“We’ve been really lucky, being a Canadian band,” says Powell, Land of Talk’s principal songwriter, singer and guitarist, “but we never concentrated that much on Canada because right from the start, it was places like New York that took us under their wing. It wasn’t until after we toured with Broken Social Scene and got some airplay on CBC Radio that Canadians started to pick up on us. Even though we don’t sound like Broken Social Scene or Arcade Fire, I think that the phenomenon of those bands made it easier for us.”

The band’s new record, The Golden Guess, is probably its true jewel in an already well-decorated crown. With a denser musical mix that further carves out its signature sound, Land of Talk — with Joseph Yarmush on bass and Andrew Barr on drums — still possesses the strong pop sensibility that earmarked its earlier releases. But Powell’s croon and hard-fought lyrical pearls now burrow deeper into your skin, while the band is able to push beyond conventions and still remain grounded.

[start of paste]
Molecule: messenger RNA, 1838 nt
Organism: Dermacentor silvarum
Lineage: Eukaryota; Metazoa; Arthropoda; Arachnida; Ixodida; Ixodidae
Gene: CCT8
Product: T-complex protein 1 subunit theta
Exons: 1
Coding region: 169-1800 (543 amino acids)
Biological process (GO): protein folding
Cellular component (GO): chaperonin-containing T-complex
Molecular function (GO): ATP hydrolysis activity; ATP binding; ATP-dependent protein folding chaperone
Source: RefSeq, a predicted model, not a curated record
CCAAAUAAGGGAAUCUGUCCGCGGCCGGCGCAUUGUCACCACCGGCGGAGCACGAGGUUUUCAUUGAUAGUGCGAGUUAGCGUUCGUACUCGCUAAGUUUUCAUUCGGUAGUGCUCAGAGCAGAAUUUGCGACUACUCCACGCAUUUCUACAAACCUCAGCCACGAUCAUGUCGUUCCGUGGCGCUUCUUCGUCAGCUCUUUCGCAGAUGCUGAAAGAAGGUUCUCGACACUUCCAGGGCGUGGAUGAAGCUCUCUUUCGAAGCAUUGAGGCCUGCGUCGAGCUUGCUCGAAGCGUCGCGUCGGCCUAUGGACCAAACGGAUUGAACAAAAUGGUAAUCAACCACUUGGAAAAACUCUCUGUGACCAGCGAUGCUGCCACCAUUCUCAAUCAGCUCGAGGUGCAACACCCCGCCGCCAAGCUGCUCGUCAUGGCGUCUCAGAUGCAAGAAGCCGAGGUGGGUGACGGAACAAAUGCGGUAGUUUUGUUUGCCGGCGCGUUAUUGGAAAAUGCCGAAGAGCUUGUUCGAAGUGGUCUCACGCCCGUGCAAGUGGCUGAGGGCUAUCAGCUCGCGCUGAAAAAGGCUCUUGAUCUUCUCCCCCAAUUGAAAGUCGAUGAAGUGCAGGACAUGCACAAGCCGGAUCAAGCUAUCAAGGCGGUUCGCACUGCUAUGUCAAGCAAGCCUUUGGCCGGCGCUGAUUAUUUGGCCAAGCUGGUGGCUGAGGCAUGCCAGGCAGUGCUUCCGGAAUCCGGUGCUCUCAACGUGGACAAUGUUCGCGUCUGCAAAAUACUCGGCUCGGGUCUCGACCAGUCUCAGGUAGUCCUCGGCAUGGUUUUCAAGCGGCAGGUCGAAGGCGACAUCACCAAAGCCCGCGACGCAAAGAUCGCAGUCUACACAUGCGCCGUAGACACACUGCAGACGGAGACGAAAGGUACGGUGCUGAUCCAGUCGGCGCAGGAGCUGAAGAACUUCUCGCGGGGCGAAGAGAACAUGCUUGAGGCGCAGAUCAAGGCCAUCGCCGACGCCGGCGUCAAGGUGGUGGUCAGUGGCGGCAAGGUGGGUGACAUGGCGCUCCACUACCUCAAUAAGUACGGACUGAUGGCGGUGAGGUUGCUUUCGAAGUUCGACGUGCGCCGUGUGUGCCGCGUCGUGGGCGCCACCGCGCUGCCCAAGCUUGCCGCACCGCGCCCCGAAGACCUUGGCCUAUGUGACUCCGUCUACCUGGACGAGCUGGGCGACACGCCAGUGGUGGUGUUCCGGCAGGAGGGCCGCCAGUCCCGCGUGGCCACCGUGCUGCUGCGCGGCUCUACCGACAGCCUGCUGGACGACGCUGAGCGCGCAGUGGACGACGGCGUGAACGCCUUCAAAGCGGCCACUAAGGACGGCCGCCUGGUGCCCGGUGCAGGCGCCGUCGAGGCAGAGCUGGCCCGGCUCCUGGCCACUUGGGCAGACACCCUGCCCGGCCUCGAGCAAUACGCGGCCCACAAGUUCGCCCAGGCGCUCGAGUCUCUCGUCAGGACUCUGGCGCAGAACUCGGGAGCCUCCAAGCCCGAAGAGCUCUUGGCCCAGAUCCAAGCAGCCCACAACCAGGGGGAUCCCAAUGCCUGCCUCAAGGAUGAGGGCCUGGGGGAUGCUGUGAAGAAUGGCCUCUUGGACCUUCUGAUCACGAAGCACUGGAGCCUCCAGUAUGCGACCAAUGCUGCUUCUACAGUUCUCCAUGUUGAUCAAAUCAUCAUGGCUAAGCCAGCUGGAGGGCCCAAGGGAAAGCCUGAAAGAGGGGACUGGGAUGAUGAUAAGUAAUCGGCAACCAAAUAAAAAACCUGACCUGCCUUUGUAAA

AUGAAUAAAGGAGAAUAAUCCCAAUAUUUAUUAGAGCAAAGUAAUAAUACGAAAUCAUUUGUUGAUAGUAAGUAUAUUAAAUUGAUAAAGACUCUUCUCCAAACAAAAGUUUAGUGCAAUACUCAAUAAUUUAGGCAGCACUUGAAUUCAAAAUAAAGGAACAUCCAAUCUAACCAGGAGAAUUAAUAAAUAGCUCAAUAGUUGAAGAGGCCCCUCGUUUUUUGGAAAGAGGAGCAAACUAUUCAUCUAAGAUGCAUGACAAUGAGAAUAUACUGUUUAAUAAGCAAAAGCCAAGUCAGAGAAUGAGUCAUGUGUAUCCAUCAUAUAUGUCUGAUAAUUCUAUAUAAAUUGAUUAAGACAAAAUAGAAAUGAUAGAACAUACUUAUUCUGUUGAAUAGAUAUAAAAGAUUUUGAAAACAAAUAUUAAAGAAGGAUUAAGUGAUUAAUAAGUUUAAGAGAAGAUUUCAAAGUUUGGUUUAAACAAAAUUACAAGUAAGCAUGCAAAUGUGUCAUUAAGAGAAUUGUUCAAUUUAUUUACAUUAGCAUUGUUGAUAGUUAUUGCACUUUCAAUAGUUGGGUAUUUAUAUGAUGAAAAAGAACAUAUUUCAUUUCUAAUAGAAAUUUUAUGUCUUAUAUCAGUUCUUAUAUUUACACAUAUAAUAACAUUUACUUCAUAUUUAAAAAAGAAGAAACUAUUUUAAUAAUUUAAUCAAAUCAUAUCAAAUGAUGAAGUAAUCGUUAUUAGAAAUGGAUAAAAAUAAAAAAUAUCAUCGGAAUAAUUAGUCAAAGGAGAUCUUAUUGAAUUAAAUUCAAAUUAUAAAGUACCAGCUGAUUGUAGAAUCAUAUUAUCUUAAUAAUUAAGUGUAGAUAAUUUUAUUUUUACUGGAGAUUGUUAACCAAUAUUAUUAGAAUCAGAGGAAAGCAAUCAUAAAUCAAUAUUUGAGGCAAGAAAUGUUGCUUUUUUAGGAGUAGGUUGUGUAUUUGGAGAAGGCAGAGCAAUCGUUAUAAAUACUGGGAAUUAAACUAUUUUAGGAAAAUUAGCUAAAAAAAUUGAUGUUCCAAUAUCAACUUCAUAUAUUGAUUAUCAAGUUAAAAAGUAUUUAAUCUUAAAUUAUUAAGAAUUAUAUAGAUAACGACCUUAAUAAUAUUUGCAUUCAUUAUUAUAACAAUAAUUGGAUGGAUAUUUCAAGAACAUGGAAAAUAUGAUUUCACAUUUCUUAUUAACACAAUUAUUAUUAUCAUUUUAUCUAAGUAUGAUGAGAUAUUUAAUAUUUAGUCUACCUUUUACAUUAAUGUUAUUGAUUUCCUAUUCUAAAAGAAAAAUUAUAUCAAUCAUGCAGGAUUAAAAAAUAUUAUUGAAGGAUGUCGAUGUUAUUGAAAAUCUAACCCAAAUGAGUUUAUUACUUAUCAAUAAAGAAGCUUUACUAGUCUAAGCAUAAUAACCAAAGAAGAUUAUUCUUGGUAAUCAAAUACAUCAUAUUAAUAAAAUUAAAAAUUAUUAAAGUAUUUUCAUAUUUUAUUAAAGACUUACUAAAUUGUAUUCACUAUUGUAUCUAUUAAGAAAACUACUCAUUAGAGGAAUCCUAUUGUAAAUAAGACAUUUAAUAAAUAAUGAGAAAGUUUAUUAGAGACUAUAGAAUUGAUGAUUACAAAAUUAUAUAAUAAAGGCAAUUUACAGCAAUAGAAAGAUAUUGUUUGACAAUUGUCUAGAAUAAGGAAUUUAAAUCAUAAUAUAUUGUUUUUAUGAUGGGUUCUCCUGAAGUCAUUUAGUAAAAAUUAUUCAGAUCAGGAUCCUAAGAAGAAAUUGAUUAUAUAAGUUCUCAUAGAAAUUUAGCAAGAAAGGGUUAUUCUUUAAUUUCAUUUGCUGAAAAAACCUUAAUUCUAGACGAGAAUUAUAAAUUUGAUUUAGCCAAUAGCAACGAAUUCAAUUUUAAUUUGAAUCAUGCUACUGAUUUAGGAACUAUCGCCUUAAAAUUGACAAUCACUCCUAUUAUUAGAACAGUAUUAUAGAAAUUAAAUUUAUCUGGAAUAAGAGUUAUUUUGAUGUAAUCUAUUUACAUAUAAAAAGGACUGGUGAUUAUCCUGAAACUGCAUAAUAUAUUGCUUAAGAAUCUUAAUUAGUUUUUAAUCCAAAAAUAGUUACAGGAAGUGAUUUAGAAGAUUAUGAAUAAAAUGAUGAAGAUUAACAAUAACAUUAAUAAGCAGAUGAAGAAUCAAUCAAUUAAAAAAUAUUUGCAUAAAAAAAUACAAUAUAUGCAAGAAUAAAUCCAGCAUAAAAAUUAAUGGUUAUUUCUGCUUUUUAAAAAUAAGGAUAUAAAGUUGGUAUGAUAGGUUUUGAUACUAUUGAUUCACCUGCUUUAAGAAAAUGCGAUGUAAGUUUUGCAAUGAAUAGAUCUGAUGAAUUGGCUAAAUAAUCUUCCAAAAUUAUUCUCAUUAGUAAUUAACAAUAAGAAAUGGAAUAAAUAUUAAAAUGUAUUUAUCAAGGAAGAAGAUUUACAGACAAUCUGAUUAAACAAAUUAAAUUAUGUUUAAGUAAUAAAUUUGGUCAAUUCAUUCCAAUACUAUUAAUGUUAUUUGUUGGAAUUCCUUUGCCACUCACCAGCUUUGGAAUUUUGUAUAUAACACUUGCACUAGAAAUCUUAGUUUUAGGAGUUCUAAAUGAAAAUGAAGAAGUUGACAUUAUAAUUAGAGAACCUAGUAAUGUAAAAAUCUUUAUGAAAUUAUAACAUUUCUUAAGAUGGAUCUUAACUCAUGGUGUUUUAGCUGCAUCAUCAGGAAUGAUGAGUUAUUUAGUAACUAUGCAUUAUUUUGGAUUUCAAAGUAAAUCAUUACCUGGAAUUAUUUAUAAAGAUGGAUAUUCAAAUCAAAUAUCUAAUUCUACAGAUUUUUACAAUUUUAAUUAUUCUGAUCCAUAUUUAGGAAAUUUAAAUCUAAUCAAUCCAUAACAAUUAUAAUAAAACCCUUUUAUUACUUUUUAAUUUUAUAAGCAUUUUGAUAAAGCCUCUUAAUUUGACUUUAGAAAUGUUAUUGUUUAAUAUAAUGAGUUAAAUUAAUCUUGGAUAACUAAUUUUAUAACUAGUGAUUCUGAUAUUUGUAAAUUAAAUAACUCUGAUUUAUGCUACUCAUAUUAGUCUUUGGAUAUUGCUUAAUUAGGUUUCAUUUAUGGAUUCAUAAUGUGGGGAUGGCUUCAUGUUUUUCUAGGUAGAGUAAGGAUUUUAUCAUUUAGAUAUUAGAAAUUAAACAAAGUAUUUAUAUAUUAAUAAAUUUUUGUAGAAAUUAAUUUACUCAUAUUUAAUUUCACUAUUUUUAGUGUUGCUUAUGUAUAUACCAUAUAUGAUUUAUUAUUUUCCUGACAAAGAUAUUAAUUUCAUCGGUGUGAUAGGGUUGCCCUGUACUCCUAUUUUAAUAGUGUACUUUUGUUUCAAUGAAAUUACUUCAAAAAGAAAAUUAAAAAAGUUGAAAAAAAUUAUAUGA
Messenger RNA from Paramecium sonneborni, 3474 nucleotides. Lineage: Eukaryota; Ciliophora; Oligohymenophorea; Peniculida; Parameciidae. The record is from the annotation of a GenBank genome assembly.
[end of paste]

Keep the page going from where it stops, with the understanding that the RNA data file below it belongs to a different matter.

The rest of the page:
“When we were writing for the new record and recording it, we didn’t have a label in the picture, and we found that really freeing,” Powell says. “Because we didn’t have anybody looking over our shoulders, we were able to make the record we wanted.”

Much of the disc’s psychedelic flair and steadfast direction could be attributed to Jace Lasek, co-producer and member of the Besnard Lakes, whose grubby mitts [??] can be found all over the record. “We’ve worked with Jace before, but we were adamant about him coming more to the forefront,” says Powell. “He was pretty light-handed previously because he wanted to see how far we would take it on our own, but this time, I was really upfront about co-producing with him. Even if Jace and I didn’t live in the same city, I would travel anywhere in the world to work with him again. He really helped me piece together all of this crap that was trapped in my brain. He’s amazing.”